Legislation to provide a tax credit on higher blends of ethanol at Ohio gasoline stations is advancing in the Ohio General Assembly. Clean Fuels Ohio supports the bill.

HB 165 would apply to blends of 15% ethanol (E-15) or higher. The credit of 5 cents per gallon would be non-refundable, meaning that a retail station would need to apply it against tax liability to the state of Ohio. However, the credit could be carried forward into the subsequent tax year.

According to Tadd Nicholson, Executive Director, Ohio Corn & Wheat Growers Association, nine out of ten light-duty passenger vehicles on the road today are certified by U.S. EPA to run on E-15. Yet, most consumers lack access to E-15. According to a study by Environmental Health and Engineering, corn ethanol emits 46% less greenhouse gases than gasoline, counter to conventional wisdom suggesting only 20%. Much of this gain is due to advances in farming technology, soil conservation, and production of animal feed as a co-product of making ethanol.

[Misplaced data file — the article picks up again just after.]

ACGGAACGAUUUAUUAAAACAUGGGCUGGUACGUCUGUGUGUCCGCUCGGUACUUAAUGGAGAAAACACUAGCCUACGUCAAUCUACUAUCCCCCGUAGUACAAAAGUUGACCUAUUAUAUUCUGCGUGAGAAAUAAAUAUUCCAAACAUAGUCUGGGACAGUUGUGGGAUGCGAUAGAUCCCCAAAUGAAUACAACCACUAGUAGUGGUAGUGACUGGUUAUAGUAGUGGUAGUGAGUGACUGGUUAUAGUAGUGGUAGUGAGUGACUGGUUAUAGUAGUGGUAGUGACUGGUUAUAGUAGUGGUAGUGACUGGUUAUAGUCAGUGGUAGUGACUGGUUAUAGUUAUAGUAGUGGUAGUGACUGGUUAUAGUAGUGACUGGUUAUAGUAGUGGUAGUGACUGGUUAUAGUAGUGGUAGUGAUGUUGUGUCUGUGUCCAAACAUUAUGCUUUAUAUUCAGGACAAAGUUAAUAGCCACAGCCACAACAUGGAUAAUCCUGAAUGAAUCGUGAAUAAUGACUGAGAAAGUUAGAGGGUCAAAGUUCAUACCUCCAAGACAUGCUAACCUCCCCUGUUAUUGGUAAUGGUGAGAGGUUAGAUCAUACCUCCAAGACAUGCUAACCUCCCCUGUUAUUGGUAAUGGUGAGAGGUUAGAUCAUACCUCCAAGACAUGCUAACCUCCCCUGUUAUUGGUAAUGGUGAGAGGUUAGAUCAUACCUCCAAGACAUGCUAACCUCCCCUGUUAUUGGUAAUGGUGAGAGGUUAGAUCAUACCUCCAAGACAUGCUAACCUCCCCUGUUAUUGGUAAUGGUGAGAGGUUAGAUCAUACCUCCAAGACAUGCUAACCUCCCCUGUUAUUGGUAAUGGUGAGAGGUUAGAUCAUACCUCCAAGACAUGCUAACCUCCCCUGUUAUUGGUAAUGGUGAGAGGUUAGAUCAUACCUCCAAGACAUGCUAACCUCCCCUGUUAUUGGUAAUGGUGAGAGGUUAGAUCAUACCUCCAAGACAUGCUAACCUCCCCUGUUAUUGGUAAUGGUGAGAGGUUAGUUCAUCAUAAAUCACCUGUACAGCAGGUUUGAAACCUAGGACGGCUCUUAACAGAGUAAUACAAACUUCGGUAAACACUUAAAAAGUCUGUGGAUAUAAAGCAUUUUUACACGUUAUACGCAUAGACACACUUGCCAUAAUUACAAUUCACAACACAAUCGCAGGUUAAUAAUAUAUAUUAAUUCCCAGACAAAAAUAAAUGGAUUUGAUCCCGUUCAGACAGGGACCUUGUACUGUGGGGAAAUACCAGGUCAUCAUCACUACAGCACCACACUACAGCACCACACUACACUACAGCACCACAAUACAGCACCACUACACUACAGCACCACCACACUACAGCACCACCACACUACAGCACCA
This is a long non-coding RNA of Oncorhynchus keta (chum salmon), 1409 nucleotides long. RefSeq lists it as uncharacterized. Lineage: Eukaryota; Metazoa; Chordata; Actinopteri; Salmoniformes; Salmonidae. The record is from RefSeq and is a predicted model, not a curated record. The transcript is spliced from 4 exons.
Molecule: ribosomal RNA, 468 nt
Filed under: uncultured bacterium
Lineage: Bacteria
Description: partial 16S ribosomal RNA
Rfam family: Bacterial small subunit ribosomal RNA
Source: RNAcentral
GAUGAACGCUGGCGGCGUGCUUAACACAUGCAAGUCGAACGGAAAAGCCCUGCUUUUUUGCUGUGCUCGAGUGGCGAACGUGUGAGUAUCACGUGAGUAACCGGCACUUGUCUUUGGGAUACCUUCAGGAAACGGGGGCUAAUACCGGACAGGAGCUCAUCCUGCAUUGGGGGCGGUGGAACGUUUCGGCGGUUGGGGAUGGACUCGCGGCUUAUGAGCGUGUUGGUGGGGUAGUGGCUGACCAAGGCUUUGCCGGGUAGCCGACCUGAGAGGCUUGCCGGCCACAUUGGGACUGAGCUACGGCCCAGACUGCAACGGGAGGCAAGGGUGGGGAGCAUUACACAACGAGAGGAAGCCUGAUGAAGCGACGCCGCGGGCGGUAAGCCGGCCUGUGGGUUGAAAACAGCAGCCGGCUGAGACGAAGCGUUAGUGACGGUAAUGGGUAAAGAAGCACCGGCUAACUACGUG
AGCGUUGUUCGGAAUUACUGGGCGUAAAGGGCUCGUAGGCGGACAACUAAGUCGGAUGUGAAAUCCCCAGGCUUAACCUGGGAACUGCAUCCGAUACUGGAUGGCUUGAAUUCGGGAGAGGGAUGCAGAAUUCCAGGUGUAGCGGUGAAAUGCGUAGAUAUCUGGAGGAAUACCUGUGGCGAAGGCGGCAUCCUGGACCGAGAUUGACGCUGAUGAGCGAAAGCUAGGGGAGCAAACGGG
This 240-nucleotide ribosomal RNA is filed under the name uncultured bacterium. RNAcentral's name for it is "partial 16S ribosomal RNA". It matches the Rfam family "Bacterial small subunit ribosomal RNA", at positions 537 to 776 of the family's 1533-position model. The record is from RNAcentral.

“Modern science has shown corn-based ethanol reduces greenhouse gas emissions by nearly 50% compared to regular gasoline,” said Nicholson. “By incentivizing retailers to invest in cleaner alternatives today, we can allow consumers to participate in that cleaner fuel economy with a cost-effective, clean fuel right now.”

The legislation was originally introduced during the last legislative session, then reintroduced by Rep. Riordan McClain (R-Upper Sandusky) in the Ohio House early in 2021 with 13 co-sponsors, more than triple the number from the previous General Assembly. So far, the House Ways and Means Committee has held three hearings. Rep. McClain is working to line up a companion bill in the Ohio Senate.

“I think it’s also important to note how we can link Ohio’s rural economy directly to cleaner air in our metropolitan areas,” added Nicholson. “Right now, Ohio Corn & Wheat is supporting research on GHG emissions in the Columbus region. We believe in stewardship – and measures like HB 165 allow both our rural producers and our urban consumers to play a part in that stewardship.”

“We have always seen ethanol as part of a broad portfolio of clean transportation strategies,” said Sam Spofforth, CEO of Clean Fuels Ohio. “Advancements in farming practices and production technologies just add to the benefits that this and other renewable fuels can provide.”